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Traditions of the North American Indians, Vol. 2   By: (1791-1854)

Book cover

First Page:

FRONTISPIECE.

Vol. 2.

[Illustration: Designed & Etched by W. H. Brooks, A. R. E. A. She is gone! that beautiful form is but shadow. page 87. ] London, Published by Colburn & Bentley, April 1830 .

TRADITIONS OF THE NORTH AMERICAN INDIANS:

BEING

A SECOND AND REVISED EDITION OF

"TALES OF AN INDIAN CAMP."

BY

JAMES ATHEARN JONES.

IN THREE VOLUMES.

VOL. II.

LONDON: HENRY COLBURN AND RICHARD BENTLEY, NEW BURLINGTON STREET. 1830. F. SHOBERL, JUN., LONG ACRE.

PLATES.

VOL. I. PAGE.

Frontispiece to face the title The Wahconda's Son 159

VOL. II.

Frontispiece to face the title Caverns of the Kickapoo 204

VOL. III.

Frontispiece to face the title Garanga 204

CONTENTS OF THE SECOND VOLUME.

Page. Legends of the Creation. I. The Two Chappewees. A Tradition of the Dog Rib Tribe 1 II. Sakechak, the Hunter 21 III. The Bird of Ages 35 IV. The Great Hare 43 V. The Six Nanticokes 49 VI. The Universal Mother 93 The Coming of Miquon 99 The Funeral Fire 115 The Portioning of the Sons 125 The Maiden's Rock 131 The Expedition of the Lenni Lenapes 141 Gittahee Gauzinee 181 Ampato Sapa 189 The Caverns of the Kickapoo 201 The Mountain of Little Spirits 207 The Valley of the Bright Old Inhabitants 223 The Legend of Moshup 261 The Phantom Woman. A Tradition of the Winnebagoes 273 The Two Ghosts 285 The Vision of the Abnakis Chief 303

TALES OF AN INDIAN CAMP.

LEGENDS OF THE CREATION.

I. THE TWO CHAPPEWEES. A TRADITION OF THE TRIBE OF THE DOG RIBS.

Upon a narrow strait, between two tempestuous and stormy seas, lived the young man Chappewee, whose father, the old man Chappewee, was the first of men. The old man Chappewee, the first of men, when he first landed on the earth, near where the present Dog ribs have their hunting grounds, found the world a beautiful world, well stocked with food, and abounding with pleasant things. There is nothing in the world now which was not in it then, save red clay, a canoe with twelve paddles, and the white man's rum. Then, as now, whales were disporting in the liquid element; musk oxen filled the glades, and deer, and bears, and wolves, were browzing on the hills, or prowling about the forest. But there was at that time no canoe, for there was nobody to paddle it; no rum, for who would drink it? and red clay was not found till a long time afterwards, when the young man Chappewee's nose bled, and coloured the earth, a portion of which has since been red.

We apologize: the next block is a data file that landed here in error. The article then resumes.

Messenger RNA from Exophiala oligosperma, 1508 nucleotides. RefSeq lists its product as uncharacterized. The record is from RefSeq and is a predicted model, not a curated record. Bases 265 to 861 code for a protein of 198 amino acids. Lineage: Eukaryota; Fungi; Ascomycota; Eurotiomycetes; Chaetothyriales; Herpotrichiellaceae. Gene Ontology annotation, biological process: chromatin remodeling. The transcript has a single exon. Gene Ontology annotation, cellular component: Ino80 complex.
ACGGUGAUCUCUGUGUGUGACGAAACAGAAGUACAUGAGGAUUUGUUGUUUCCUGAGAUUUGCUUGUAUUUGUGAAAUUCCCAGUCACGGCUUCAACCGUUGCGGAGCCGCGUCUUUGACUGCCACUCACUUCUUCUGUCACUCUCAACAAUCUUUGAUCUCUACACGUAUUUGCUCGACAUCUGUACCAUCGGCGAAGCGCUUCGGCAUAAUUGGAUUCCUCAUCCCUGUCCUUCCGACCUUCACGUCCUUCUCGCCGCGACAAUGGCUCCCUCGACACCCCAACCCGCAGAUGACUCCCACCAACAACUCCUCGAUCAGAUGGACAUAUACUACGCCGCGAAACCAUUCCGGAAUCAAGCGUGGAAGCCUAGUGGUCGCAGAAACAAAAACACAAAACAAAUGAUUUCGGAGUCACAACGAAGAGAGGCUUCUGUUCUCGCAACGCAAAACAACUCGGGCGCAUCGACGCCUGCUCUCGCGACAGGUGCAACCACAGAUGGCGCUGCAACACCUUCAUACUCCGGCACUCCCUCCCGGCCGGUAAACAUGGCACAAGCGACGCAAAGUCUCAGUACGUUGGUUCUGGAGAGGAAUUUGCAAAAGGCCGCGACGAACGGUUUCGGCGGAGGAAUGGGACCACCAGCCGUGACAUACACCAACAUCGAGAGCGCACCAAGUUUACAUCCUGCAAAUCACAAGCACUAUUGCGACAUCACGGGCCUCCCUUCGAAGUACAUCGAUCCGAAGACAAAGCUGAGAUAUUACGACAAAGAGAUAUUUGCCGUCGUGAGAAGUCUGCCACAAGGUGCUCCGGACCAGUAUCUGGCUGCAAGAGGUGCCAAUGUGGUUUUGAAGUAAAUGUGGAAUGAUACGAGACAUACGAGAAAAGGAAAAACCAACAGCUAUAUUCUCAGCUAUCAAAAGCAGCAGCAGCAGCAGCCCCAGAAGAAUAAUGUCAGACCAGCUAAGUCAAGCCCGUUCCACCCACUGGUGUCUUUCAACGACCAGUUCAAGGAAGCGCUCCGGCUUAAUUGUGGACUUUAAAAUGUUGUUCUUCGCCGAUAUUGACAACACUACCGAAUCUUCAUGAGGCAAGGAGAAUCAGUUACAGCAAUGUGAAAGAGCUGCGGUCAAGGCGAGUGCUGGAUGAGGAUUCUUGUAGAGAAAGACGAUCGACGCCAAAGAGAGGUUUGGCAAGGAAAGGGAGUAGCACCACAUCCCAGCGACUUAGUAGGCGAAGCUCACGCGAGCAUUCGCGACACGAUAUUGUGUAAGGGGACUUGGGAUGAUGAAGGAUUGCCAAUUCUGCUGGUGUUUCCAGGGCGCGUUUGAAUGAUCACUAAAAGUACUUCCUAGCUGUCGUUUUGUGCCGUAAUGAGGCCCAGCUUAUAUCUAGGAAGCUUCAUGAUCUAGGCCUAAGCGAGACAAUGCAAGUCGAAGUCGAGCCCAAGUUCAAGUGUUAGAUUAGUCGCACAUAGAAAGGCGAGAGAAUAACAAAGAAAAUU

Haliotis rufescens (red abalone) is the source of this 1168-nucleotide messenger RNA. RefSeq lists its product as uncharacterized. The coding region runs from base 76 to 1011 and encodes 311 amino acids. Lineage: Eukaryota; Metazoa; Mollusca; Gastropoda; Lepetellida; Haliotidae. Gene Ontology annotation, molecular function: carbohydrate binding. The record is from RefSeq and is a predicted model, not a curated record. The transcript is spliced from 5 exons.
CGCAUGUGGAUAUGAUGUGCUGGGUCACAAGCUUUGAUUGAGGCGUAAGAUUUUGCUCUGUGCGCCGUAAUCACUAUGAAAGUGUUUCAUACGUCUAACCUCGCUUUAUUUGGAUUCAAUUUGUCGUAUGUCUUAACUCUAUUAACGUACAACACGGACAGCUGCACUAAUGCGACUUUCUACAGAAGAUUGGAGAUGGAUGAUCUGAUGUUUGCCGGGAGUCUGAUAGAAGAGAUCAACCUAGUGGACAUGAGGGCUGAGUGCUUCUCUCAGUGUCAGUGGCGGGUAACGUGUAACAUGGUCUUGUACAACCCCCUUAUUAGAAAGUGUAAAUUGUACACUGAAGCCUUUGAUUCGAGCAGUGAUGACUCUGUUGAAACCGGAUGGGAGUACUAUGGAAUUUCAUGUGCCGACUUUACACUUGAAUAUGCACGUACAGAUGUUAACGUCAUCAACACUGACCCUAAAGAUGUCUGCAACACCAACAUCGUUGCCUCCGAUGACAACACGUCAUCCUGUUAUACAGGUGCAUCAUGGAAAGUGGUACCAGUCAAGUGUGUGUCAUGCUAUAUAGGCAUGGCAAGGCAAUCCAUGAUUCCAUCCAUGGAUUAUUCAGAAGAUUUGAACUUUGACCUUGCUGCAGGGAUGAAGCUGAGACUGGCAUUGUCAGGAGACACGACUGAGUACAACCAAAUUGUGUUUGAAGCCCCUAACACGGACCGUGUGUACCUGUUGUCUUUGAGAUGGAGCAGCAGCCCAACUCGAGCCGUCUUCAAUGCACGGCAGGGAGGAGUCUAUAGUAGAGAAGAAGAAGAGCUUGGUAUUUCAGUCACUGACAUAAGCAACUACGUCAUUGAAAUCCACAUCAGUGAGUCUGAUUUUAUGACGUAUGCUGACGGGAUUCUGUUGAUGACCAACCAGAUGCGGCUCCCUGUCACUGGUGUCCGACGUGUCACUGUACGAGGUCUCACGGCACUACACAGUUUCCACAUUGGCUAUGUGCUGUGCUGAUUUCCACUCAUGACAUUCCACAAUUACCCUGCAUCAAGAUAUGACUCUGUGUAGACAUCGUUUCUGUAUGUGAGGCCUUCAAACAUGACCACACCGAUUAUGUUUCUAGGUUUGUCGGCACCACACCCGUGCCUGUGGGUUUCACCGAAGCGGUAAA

When the old man Chappewee came upon the earth, he found no man, woman, or child, upon it. Knowing that it was not good to be alone, he created children. To these children he gave two kinds of fruit, the black and the white, but forbade them to eat the black. Having issued his commands for the government and guidance of his family, and laid up plenty of provisions for them, he took leave of them for a time, to go into a far country where the sun dwelt, for the purpose of conducting him to the world, which was yet unvisited by his beams... Continue reading book >>




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